About Matias de Albuquerque
Matias de Albuquerque (Olinda, Brazil, 1580s – Lisbon, 9 June 1647), the first and only Count of Alegrete, was a Portuguese colonial administrator and soldier. He was nicknamed "Hero of Two Continents" for his performance, beginning in 1624, against the Dutch invaders of colonial Brazil (Pernambuco) and for his role, beginning in 1641, as a general in Portugal, fighting for João IV during the Portuguese Restoration War.
The youngest son of Jorge de Albuquerque Coelho, Matias was baptized as Paulo de Albuquerque, but he changed his name to Matias to honor his relative and godfather, Matias de Albuquerque, Viceroy of India.
The colony of Pernambuco in Brazil had been granted, in trust, to Matias's brother, Duarte de Albuquerque Coelho, under the system of hereditary captaincies (capitanias) established by the Portuguese crown as a device for administering their overseas possessions. Olinda, a town in Pernambuco colony, was Matias’s birthplace, but, as a young man, he left Olinda for Rio de Janeiro, where he trained for a military career.
Lieutenant-governor of Pernambuco
He served three years in North Africa, and, in 1620, his brother, Duarte, asked him to serve as his agent in governing Pernambuco. There, he restored the personal authority of his family after almost fifty years of involvement in colonial administration only as absentees. He assumed the position of lieutenant-governor on 20 May 1620, and he went straight to work preparing the defenses of Pernambuco. (He remained in the post until November 1627.)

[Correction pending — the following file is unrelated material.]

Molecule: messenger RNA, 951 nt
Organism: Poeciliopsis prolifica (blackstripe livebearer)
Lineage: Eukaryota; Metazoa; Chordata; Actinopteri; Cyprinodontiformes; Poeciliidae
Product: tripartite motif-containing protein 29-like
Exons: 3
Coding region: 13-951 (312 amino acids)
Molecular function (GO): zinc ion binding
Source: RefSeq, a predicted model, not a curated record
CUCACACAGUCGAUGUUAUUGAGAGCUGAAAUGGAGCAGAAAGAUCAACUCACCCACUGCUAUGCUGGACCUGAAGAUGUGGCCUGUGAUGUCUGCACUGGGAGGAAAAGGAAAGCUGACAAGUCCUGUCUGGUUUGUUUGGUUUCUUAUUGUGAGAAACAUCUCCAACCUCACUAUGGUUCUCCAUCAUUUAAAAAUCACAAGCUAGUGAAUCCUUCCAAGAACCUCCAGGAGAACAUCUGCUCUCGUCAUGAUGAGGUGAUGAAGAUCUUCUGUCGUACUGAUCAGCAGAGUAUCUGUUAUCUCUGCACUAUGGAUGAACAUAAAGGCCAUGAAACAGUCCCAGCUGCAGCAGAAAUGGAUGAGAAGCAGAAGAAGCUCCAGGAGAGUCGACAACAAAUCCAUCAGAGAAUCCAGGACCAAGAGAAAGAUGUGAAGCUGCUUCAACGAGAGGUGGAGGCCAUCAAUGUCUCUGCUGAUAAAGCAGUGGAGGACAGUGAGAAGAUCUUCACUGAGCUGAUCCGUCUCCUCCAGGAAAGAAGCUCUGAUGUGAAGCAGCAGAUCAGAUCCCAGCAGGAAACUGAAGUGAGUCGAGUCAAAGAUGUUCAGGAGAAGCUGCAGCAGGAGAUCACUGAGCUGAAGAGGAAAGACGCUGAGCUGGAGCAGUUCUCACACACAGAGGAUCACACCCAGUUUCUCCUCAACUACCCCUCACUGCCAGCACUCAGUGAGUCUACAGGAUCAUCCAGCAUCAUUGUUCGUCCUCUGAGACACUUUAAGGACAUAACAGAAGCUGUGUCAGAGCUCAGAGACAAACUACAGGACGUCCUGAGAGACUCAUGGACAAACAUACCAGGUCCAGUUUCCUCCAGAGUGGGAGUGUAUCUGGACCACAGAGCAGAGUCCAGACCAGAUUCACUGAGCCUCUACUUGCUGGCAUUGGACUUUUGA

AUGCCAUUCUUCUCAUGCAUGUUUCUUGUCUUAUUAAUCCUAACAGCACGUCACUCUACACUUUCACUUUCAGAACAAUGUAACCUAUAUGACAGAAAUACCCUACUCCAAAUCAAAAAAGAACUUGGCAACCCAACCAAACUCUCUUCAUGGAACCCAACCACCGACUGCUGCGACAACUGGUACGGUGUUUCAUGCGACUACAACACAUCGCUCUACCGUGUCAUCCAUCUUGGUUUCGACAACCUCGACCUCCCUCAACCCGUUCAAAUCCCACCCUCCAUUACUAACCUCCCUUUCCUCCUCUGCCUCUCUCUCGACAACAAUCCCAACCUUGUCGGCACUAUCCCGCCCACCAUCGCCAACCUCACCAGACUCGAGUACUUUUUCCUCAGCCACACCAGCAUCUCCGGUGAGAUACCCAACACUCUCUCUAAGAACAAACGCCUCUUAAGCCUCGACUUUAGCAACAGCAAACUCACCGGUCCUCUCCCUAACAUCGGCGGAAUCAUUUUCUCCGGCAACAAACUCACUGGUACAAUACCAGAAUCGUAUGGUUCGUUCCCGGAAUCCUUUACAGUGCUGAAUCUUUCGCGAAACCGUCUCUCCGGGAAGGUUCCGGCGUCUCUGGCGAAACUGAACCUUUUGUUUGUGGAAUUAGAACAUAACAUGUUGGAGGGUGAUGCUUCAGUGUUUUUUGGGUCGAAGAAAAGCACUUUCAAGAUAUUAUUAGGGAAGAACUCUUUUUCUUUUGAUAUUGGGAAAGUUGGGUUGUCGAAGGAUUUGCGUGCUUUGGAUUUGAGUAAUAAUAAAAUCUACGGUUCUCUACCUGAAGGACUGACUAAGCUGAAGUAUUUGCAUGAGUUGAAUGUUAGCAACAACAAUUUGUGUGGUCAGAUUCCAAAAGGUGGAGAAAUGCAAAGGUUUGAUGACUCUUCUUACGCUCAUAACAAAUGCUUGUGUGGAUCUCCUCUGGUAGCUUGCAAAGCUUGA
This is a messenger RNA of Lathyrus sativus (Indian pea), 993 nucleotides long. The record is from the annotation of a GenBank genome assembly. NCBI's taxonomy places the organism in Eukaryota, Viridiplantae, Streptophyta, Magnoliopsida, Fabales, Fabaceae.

The following year, the huge size of Brazil led to the Portuguese colonies being divided into two estados (states); King Philip II created the State of Brazil, the most important colony, with Salvador (Bahia) as its capital, and, to its north, the State of Maranhão, with its capital at São Luís. Pernambuco was a captaincy within the State of Brazil.
Fighting the Dutch
When the first invasions of the colony of Brazil occurred in 1624 and 1625, the Dutch immediately seized Salvador (also known as Bahia), the capital of the State of Brazil, and, in the process, they captured the governor-general, Diogo de Mendonça Furtado. When news reached the colonial authorities elsewhere in the capitanias of Brazil that Mendonça had been deported to the Netherlands and imprisoned, they met at Vitória in the capitania of Espírito Santo and appointed Albuquerque to temporarily fill the post of governor-general of Brazil.
Once Bahia had fallen, Portuguese resistance was first reorganized under the self-appointed leader of the provisional government, Bishop Marcos Teixeira, who recruited about two thousand men, and, later, under the captain of nearby Recôncavo, Francisco Rolim de Moura. Thanks to their initiative, the Dutch were subjected to continual harassments, and they were contained, for the most part, within the boundaries of the capital, Bahia.
When he first received word of his appointment, Albuquerque's first instinct was to marshall his forces and march to the relief of occupied Bahia, but he was cautioned to bide his time. From his base at Olinda, at the end of 1624, he sent troops to reinforce the Portuguese guerillas based at Arraial do Rio Vermelho and at Recôncavo. The following year, an experienced hand, Diogo Luis de Oliveira, was found to assume the role of permanent governor-general.